Thursday, March 3, 2011
Libya 2011-Iraq 1991
Rebels rise up to overthrow a bloody dictator and the world looks on as the revolt turns into a stand-off. Libya in 2011 is a distant echo of Iraq in 1991, when Iraqi Shiites and Kurds erupted after U.S. forces defeated the Saddam’s military after Iraq invaded Kuwait.
That led to one of the more shameful episodes in America’s dealings with Iraq: an American president calling for an uprising, then turning his back, leaving tens, possibly hundreds of thousands to be slaughtered. I recounted that sorry affair in a documentary about “The Trial of Saddam Hussein”,excerpted on Youtube. See part5 and part 6.
In fact, it was President George H.W. Bush who, in February 2001, as the Iraqi army was being driven from Kuwait, called on the people of Iraq to rise up and overthrow Saddam Hussein.
That call was rebroadcast in Iraq by clandestine CIA radio stations and printed in millions of leaflets dropped by the U.S. Air Force across the country. Problem was, the Iraqis didn't realize until it was too late that Bush and James Baker, his pragmatic secretary of state, didn't really mean it.
When it looked as if the insurgents might actually succeed, the American president turned his back. The White House and its allies wanted Saddam replaced not by a popular revolt which they couldn't control but by a military leader more amenable to U.S. interests. They were also fearful that Iranian influence might spread in the wake of a Shiite takeover. In fact, however, American officials refused to meet with rebel leaders desperate to explain their cause.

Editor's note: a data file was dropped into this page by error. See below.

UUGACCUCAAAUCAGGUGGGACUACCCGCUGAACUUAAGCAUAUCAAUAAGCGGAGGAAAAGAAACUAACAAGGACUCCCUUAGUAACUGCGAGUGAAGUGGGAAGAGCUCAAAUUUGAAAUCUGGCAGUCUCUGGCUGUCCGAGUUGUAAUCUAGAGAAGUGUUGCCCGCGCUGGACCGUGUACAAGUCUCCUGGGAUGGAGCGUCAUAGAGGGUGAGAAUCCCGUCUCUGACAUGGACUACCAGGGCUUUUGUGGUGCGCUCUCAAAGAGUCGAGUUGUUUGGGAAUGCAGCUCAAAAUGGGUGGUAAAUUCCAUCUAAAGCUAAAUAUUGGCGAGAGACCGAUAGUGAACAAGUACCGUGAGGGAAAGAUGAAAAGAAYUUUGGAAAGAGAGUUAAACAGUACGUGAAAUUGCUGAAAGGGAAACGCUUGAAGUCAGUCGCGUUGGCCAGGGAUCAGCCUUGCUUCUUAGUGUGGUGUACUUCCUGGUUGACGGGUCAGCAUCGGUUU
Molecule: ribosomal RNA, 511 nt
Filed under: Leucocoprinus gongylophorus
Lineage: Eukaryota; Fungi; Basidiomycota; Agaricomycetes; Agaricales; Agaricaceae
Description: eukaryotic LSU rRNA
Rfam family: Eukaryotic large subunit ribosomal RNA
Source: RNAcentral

Though Washington explained later explained they had turned against the uprising because key Arab allies in the region, like the Saudis, were fearful of a Shiite victory in Iraq, in fact, the U.S. later turned down a Saudi proposal to continue aiding the Shiites.
So, as the United States permitted Saddam's attack helicopters to devastate the rebels, American troops just a few kilometers away from the slaughter were ordered to give no aid to those under attack. Instead they destroyed huge stocks of captured weapons rather than let them fall into rebel hands. According to some of the former rebels in Iraq, American troops prevented them from marching on Baghdad.
Then, as Saddam's forces began carrying out the horrific acts of repression, American forces were ordered to withdraw from Iraq. And all the while George H.W. Bush answered calls for the U.S. to act with denials that the U.S. had any responsibility in fomenting the rebellion in the first place.
In the end he agreed to provide a no-fly zone to protect the Kurds in the North, but that was only because the plight of the Kurdish refugees was being dramatically broadcast around the globe by CNN. Bush had no choice. There was no such TV coverage of the slaughter of the Shiites in the South. So no need for Bush to react.
(The description of the U.S. role in the 1991 uprising is recounted at length in my book Web of Deceit-a History of Western Complicity in Iraq from Churchill to Kennedy to George W. Bush--and (as mentioned above) in video form, from a segment of a documentary I did on the Trial of Saddam Hussein, which is posted on Youtube )